The first few months, I was optimistic mostly because my wife handled the bulk of the childcare. No midnight feedings for me since the baby was breastfeeding; removing the baby from my wife’s death grip was damn near impossible too, so I coasted. I coasted on the luxury of two parents home without the worries of work or other responsibilities. It didn’t take long after my wife returned to work when I realized I was in over my head. My daughter demanded every part of me. I made it 27 years without anyone throwing up on me or using the bathroom on me, and within a week my daughter trashed my record. She brought me so much joy and then I would find myself lying on my bed crying not know what to do next. I loved being a dad, and at the same time, I had the feeling that I wasn’t qualified for the roll I was in.

Less than two years later, baby number two came on the scene and destroyed all that I thought I knew about being a parent. Then, one year later, when we knew for sure that we were done having kids, when we were sure that two kids was enough, my wife told me she was pregnant. Not long after baby three came along, I was finished with school and it was time for my wife and I to swap spots. Me into the lion’s den of corporate America, and her into the lion’s den of staying home with three kids, ages three and under.

It has been almost nine years now since our first kid was born and I still feel like I imagine someone feels who works with wild animals: the animals are behaving themselves one moment but things could go south real quick. I wanted so many things for my life but never once thought what would define me most would be being a father. My kids are such a miraculous blend of my wife and myself.

To My Family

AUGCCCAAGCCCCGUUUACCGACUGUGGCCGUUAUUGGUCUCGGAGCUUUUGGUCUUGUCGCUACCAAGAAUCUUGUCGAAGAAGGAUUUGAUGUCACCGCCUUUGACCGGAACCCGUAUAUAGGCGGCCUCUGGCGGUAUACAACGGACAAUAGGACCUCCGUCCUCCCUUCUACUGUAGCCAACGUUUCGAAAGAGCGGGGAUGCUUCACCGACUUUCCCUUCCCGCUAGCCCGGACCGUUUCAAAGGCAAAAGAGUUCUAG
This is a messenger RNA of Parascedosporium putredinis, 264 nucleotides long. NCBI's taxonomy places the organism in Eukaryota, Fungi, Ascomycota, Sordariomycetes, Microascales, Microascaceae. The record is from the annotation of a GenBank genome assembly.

Kadence, my first born and only girl, you were my introduction to the world of parenting. Meeting you was the first time I ever felt unconditional love. The kind of love that would have me sacrifice my wants, needs and well-being to protect you. From the beginning, you’ve had a beautiful spirit. You have the ability to see wonder and beauty in the world that is hidden to so many of us. Your mind is constantly creating, whether it be with clay, paint, stories, or with one of your money making schemes were you try to pass rocks as diamonds and sell them. Watching you grow into a young women has brought me immense joy, even when I have no idea how to deal with your emotions. I love the type of girl you are and the type of women that you will one day be. I love that you care what type of engine my car has (more than the boys) and that you want me drive with my windows down so that you can hear my exhaust all whilst dressed in one of the girliest dresses ever and heels. Without you, all my skills of braiding hair, applying makeup and sewing, that I learned growing up with two sisters would have gone to waste. I love that you make me walk around with painted toe nails and be completely ok with the explanation, “My daughter wanted to paint my toes.” I love that I see so much of your mother in you. Sometimes it scares me, but you have her strength and determination and will grow to be an amazing woman.